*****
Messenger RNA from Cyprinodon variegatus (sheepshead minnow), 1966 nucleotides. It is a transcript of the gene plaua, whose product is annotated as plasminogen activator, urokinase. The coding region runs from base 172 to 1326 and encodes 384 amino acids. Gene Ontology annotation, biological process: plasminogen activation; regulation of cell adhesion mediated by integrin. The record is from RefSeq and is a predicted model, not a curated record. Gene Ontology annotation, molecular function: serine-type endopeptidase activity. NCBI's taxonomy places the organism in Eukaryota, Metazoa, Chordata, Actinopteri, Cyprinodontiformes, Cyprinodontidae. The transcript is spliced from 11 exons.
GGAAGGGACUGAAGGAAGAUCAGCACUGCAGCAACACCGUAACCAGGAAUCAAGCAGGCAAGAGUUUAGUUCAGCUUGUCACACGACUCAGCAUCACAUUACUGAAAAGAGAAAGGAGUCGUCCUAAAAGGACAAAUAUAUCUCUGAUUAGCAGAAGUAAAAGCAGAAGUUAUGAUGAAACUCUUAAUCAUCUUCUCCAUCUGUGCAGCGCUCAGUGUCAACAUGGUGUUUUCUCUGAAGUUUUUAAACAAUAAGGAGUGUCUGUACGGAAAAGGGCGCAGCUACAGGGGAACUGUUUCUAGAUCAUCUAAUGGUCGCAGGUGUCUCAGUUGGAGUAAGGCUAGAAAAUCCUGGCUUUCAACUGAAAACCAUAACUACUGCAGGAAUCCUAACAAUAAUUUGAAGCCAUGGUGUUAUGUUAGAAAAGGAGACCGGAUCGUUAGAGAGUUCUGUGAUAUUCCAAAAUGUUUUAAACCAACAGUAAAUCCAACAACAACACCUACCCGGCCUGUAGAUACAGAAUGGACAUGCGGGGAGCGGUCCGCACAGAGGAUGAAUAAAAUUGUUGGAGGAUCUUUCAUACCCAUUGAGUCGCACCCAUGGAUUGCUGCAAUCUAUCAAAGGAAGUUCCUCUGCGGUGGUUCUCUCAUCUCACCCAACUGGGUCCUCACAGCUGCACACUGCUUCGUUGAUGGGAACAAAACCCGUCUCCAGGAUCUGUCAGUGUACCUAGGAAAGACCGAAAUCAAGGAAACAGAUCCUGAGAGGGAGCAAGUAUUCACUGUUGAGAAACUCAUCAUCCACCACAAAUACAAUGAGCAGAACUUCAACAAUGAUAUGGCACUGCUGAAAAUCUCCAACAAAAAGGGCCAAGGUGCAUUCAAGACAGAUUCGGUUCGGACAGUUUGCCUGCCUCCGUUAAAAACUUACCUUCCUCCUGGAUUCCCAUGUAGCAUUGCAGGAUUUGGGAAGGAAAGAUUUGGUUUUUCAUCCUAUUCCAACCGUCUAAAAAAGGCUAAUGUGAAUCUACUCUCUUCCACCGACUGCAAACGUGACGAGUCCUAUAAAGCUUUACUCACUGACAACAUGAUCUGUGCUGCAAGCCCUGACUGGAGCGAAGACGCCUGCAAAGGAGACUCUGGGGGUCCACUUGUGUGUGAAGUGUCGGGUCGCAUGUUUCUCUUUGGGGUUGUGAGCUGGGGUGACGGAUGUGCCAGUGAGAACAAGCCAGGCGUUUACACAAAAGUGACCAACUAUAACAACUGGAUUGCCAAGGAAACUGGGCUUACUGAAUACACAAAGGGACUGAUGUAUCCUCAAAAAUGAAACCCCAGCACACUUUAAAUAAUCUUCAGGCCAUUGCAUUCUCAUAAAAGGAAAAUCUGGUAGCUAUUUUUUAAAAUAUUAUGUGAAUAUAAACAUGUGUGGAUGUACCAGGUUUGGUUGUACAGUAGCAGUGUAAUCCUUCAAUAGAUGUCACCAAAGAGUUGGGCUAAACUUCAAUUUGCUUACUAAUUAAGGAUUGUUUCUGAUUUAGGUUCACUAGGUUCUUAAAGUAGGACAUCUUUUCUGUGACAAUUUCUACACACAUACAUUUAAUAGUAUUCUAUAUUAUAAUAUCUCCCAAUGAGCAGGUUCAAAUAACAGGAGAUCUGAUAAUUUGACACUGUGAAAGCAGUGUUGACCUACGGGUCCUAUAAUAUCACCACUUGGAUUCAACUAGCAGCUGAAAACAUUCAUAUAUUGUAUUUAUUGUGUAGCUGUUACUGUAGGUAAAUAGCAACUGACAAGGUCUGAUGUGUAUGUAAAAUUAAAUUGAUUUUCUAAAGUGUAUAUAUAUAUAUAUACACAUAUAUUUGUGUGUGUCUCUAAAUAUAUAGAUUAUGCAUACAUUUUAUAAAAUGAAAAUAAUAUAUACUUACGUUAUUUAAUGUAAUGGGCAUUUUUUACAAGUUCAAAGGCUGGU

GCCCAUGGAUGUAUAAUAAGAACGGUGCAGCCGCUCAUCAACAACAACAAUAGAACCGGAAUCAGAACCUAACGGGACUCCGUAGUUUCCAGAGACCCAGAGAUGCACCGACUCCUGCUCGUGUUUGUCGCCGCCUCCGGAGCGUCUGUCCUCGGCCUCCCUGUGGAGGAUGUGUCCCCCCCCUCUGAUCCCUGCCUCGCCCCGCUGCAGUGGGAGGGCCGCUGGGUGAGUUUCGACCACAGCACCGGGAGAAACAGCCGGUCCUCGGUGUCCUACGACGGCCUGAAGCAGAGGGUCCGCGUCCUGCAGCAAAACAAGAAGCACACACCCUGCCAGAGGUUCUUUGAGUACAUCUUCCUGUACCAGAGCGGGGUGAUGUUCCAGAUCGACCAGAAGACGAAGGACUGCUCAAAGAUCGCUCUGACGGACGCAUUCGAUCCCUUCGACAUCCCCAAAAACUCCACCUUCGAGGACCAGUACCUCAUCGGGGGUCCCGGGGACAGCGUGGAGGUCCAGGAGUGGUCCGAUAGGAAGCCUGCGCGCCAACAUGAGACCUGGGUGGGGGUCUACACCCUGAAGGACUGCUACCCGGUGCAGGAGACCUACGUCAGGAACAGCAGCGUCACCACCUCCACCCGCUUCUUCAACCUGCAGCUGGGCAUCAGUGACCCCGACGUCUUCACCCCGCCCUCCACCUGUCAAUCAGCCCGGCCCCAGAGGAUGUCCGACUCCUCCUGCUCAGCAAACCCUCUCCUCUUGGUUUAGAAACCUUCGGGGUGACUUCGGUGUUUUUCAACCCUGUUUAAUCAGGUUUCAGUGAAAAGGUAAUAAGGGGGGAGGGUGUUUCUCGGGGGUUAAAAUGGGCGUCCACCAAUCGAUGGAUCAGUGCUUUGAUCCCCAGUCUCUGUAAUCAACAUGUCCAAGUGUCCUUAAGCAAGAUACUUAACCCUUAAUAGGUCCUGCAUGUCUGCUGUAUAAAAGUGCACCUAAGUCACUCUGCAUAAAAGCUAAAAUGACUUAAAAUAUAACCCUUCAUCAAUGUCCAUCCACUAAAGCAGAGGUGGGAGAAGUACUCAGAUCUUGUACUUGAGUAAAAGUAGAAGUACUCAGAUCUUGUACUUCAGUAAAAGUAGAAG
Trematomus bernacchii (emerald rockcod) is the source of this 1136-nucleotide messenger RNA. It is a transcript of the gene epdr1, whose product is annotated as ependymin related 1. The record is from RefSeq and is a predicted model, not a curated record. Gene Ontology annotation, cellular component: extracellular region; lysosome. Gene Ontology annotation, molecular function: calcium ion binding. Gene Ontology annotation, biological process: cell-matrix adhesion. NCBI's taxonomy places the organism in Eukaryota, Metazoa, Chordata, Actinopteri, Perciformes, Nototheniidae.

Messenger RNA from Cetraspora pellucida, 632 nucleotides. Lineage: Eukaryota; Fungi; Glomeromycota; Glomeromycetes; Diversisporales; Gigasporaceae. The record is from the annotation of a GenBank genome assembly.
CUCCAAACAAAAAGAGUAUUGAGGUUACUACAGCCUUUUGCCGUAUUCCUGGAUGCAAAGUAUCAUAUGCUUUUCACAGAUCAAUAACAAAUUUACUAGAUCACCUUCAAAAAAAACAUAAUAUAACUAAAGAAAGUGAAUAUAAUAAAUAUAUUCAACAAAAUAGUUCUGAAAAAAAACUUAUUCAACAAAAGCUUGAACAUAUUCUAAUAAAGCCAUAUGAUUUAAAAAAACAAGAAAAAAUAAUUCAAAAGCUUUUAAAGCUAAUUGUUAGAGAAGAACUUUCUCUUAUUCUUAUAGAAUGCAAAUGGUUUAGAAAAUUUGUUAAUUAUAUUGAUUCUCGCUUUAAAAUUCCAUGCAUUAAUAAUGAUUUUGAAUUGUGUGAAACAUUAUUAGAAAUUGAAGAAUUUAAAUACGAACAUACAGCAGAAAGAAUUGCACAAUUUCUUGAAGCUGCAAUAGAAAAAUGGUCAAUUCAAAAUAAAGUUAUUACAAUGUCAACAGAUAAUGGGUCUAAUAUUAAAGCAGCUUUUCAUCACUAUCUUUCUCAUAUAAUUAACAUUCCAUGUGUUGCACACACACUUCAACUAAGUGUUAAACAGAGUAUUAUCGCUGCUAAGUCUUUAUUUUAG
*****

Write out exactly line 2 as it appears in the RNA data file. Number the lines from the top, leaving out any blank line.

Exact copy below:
GGAAGGGACUGAAGGAAGAUCAGCACUGCAGCAACACCGUAACCAGGAAUCAAGCAGGCAAGAGUUUAGUUCAGCUUGUCACACGACUCAGCAUCACAUUACUGAAAAGAGAAAGGAGUCGUCCUAAAAGGACAAAUAUAUCUCUGAUUAGCAGAAGUAAAAGCAGAAGUUAUGAUGAAACUCUUAAUCAUCUUCUCCAUCUGUGCAGCGCUCAGUGUCAACAUGGUGUUUUCUCUGAAGUUUUUAAACAAUAAGGAGUGUCUGUACGGAAAAGGGCGCAGCUACAGGGGAACUGUUUCUAGAUCAUCUAAUGGUCGCAGGUGUCUCAGUUGGAGUAAGGCUAGAAAAUCCUGGCUUUCAACUGAAAACCAUAACUACUGCAGGAAUCCUAACAAUAAUUUGAAGCCAUGGUGUUAUGUUAGAAAAGGAGACCGGAUCGUUAGAGAGUUCUGUGAUAUUCCAAAAUGUUUUAAACCAACAGUAAAUCCAACAACAACACCUACCCGGCCUGUAGAUACAGAAUGGACAUGCGGGGAGCGGUCCGCACAGAGGAUGAAUAAAAUUGUUGGAGGAUCUUUCAUACCCAUUGAGUCGCACCCAUGGAUUGCUGCAAUCUAUCAAAGGAAGUUCCUCUGCGGUGGUUCUCUCAUCUCACCCAACUGGGUCCUCACAGCUGCACACUGCUUCGUUGAUGGGAACAAAACCCGUCUCCAGGAUCUGUCAGUGUACCUAGGAAAGACCGAAAUCAAGGAAACAGAUCCUGAGAGGGAGCAAGUAUUCACUGUUGAGAAACUCAUCAUCCACCACAAAUACAAUGAGCAGAACUUCAACAAUGAUAUGGCACUGCUGAAAAUCUCCAACAAAAAGGGCCAAGGUGCAUUCAAGACAGAUUCGGUUCGGACAGUUUGCCUGCCUCCGUUAAAAACUUACCUUCCUCCUGGAUUCCCAUGUAGCAUUGCAGGAUUUGGGAAGGAAAGAUUUGGUUUUUCAUCCUAUUCCAACCGUCUAAAAAAGGCUAAUGUGAAUCUACUCUCUUCCACCGACUGCAAACGUGACGAGUCCUAUAAAGCUUUACUCACUGACAACAUGAUCUGUGCUGCAAGCCCUGACUGGAGCGAAGACGCCUGCAAAGGAGACUCUGGGGGUCCACUUGUGUGUGAAGUGUCGGGUCGCAUGUUUCUCUUUGGGGUUGUGAGCUGGGGUGACGGAUGUGCCAGUGAGAACAAGCCAGGCGUUUACACAAAAGUGACCAACUAUAACAACUGGAUUGCCAAGGAAACUGGGCUUACUGAAUACACAAAGGGACUGAUGUAUCCUCAAAAAUGAAACCCCAGCACACUUUAAAUAAUCUUCAGGCCAUUGCAUUCUCAUAAAAGGAAAAUCUGGUAGCUAUUUUUUAAAAUAUUAUGUGAAUAUAAACAUGUGUGGAUGUACCAGGUUUGGUUGUACAGUAGCAGUGUAAUCCUUCAAUAGAUGUCACCAAAGAGUUGGGCUAAACUUCAAUUUGCUUACUAAUUAAGGAUUGUUUCUGAUUUAGGUUCACUAGGUUCUUAAAGUAGGACAUCUUUUCUGUGACAAUUUCUACACACAUACAUUUAAUAGUAUUCUAUAUUAUAAUAUCUCCCAAUGAGCAGGUUCAAAUAACAGGAGAUCUGAUAAUUUGACACUGUGAAAGCAGUGUUGACCUACGGGUCCUAUAAUAUCACCACUUGGAUUCAACUAGCAGCUGAAAACAUUCAUAUAUUGUAUUUAUUGUGUAGCUGUUACUGUAGGUAAAUAGCAACUGACAAGGUCUGAUGUGUAUGUAAAAUUAAAUUGAUUUUCUAAAGUGUAUAUAUAUAUAUAUACACAUAUAUUUGUGUGUGUCUCUAAAUAUAUAGAUUAUGCAUACAUUUUAUAAAAUGAAAAUAAUAUAUACUUACGUUAUUUAAUGUAAUGGGCAUUUUUUACAAGUUCAAAGGCUGGU